Childhood Cancers ‘Unlikely’ Linked To Toxic Exposure In Marine Corps Housing, Study Finds
An investigation into cancer rates among children at Marine Corps Air Station Beaufort, South Carolina, has confirmed 15 cases of...
An investigation into cancer rates among children at Marine Corps Air Station Beaufort, South Carolina, has confirmed 15 cases of potentially fatal disease, but military public health officials say the illnesses are “unlikely” related to base “environmental or occupational” factors.
The study — launched in 2015 by the Navy-Marine Corps Public Health Center after families in the Laurel Bay military housing community raised concerns over the neighborhood’s safety — examined the medical records of children whose military parent worked at the base between 2002 and 2016. It also examined possible environmental and workplace exposure, reviewing more than 1,000 documents to determine whether there was a correlation between the cancer cases and contamination.
MCAS Beaufort SC Facebook photo
The review, dated Sept. 29, found 15 cases involving five cancers: acute lymphoblastic leukemia, acute myeloid leukemia, soft tissue sarcoma, neuroblastoma, and Wilms tumors, three of which can be linked to “ionizing radiation” or exposure to benzene, a toxic chemical found in heating oil tanks once installed in base homes that leaked into Camp Lejeune’s soil and groundwater during the 1950s through the 1980s. The leaks exposed more than 750,000 people to toxic drinking water and remains the biggest water contamination in U.S. history.
Investigators could not find a “complete exposure pathway” for people in the tested areas to come in direct contact with benzene, and they found it was unlikely that anyone on the base would come into contact with excess radiation, including radon, a known cause of some cancers.
News of a potential cancer cluster at Laurel Bay made headlines in January when Marine spouse Amanda Whatley posted a video on YouTube warning parents to look for signs of illness in their children if they had ever lived at the air station or at Marine Corps Recruit Depot Parris Island.
Whatley’s daughter had been diagnosed with leukemia, as had the son of another Marine wife, Melany Stawnyczyj. The two alerted the Marine Corps of the coincidence in 2015, but Whatley decided to go public with the issue after the investigation dragged on for more than two years.
Whatley blamed the cancers on exposure to benzene and other chemicals in the soil beneath their homes — contaminated, she theorized, by rusting underground storage tanks that once held heating oil.
When she made her video, she said she knew of eight children who’d lived in base housing and had cancer. Three months later, after the video had been viewed by more than 50,000 people, the parents of seven more children had contacted Whatley confirming that their children had cancer.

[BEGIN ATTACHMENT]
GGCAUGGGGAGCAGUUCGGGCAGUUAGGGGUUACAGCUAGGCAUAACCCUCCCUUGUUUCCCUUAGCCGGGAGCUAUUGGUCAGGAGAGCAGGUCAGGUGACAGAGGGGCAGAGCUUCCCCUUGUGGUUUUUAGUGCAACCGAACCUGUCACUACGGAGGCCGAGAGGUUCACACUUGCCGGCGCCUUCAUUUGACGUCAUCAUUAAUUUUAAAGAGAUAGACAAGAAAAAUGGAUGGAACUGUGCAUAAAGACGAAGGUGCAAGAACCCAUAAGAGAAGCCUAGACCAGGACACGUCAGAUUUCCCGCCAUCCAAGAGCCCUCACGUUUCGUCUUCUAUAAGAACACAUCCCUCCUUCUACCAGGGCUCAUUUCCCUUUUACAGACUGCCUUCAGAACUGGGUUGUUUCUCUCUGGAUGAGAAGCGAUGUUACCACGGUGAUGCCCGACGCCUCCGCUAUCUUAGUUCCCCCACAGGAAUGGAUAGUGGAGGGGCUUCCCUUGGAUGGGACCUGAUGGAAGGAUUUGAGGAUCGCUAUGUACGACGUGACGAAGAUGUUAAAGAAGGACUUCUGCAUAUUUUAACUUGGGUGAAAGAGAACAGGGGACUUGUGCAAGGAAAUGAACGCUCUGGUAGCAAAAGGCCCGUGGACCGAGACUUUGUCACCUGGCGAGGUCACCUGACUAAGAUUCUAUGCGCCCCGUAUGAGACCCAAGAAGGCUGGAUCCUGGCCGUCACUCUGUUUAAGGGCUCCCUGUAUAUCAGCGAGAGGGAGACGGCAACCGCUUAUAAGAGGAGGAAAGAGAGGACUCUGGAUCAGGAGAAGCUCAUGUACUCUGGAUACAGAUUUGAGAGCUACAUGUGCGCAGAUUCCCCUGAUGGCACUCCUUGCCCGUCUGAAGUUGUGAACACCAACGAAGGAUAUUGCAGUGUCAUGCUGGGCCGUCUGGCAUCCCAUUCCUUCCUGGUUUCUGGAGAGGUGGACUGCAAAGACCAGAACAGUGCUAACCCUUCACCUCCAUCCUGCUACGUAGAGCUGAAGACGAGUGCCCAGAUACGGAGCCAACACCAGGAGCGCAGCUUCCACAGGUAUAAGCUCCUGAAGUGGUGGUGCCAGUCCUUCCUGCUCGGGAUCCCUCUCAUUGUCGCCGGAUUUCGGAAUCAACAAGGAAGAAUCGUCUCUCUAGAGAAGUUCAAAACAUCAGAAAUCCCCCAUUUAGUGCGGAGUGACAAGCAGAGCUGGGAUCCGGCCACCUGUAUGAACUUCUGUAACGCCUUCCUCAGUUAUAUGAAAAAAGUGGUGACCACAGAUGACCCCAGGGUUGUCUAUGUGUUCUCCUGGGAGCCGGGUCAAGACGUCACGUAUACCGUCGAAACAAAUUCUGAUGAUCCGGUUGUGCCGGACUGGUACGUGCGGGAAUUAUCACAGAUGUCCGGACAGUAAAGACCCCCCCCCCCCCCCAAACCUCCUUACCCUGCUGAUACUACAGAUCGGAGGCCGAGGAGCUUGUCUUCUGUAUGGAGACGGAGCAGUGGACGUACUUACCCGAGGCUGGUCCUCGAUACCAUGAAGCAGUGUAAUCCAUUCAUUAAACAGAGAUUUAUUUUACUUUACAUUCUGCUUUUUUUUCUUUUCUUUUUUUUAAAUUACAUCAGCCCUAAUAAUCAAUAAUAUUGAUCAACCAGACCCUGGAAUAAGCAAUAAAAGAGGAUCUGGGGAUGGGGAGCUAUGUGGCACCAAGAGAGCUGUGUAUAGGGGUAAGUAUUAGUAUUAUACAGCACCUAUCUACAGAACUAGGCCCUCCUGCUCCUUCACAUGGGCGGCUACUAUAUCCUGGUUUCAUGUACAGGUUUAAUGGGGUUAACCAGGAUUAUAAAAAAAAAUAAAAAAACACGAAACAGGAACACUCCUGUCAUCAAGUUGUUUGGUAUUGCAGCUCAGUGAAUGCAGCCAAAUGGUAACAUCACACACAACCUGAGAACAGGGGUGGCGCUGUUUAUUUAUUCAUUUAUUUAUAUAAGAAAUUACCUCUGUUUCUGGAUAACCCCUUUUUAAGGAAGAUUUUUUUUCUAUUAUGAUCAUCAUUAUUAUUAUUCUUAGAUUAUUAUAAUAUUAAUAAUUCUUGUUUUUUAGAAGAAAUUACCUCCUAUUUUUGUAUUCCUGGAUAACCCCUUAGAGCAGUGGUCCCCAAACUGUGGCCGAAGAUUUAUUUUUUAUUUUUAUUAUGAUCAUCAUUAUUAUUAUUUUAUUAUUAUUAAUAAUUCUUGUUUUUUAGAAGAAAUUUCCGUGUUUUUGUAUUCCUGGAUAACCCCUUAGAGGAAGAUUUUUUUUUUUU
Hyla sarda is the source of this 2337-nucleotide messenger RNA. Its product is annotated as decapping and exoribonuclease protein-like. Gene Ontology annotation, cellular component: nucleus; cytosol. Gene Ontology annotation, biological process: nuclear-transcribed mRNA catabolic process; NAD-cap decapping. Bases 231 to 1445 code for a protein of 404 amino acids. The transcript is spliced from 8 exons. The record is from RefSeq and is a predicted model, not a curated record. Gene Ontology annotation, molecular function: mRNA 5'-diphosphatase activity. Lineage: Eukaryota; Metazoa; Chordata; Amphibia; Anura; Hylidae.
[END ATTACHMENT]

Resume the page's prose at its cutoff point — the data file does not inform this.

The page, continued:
The recent study brings that number up to 15 — a tragedy for the families but not high enough to consider a cluster or calculate an incidence rate, according to the National Cancer Institute. It also is consistent with the occurrence of cancer in the general population.
“The probability that a child will develop a cancer before age 15 is about 1 child in 408 … in a cohort of more than 10,000 to 15,000 children who lived in the study area at some time over the 14-year study period, one would expect to find more than 20 cases,” the report noted.
From the 1950s to the 1980s, the homes at Laurel Bay were heated with oil, which contains between .1% to 1% benzene. From 2007 to 2015, the Marine Corps removed 1,252 heating oil tanks from the neighborhood, which revealed that more than a third, or 427 properties, had ground contamination as the result of leakage from the tanks. The Corps took steps to mitigate contamination and install monitoring wells to determine whether the groundwater had been affected. To date, two-thirds of the properties needing permanent monitoring wells have received them; 29 still require installation.
But according to the report, tests of soil, water, and air, including indoor air, for benzene and radon found that exposure (a result of direct contact to on-site contamination) could “not be demonstrated.” Still, testing continues on the lingering contamination from the oil tanks, the report noted.
Marine Corps Community Services held the Lowcountry Living Tri-Command Community Fair aboard Laurel Bay Housing CommunityU.S. Marine Corps photo
In August, Whatley and five other military families filed a lawsuit against the housing management company that runs Laurel Bay, Atlantic Marine Corps Property Management. The suit, a class action that could include thousands of families and service members who have lived at Laurel Bay, alleges that the company was aware of the contamination but failed to warn residents of the dangers.
The suit also claims the company breached its contract to provide safe housing and owes damages to the residents. In addition to concerns over contaminated soil from the leaking oil tanks, the suit charges that mold, pesticides, and lead-based paint have contributed to unhealthy conditions in the neighborhood.
“Defendants intentionally and knowingly exposed class plaintiffs and their families to environmental contamination without their knowledge and against their will,” the suit states.
The Marine Corps held open houses Oct. 11–12 at Marine Corps Air Station Beaufort to discuss the investigation. Marine Corps officials did not respond to a request for comment on the findings.
“No apparent public health hazard has been identified for Laurel Bay Military Housing residents from former heating oil tanks based on extensive monitoring history … the vapor intrusion investigation is ongoing and the South Carolina Department of Health and Environmental Control continues to be involved with each step,” they noted in the open house meetings.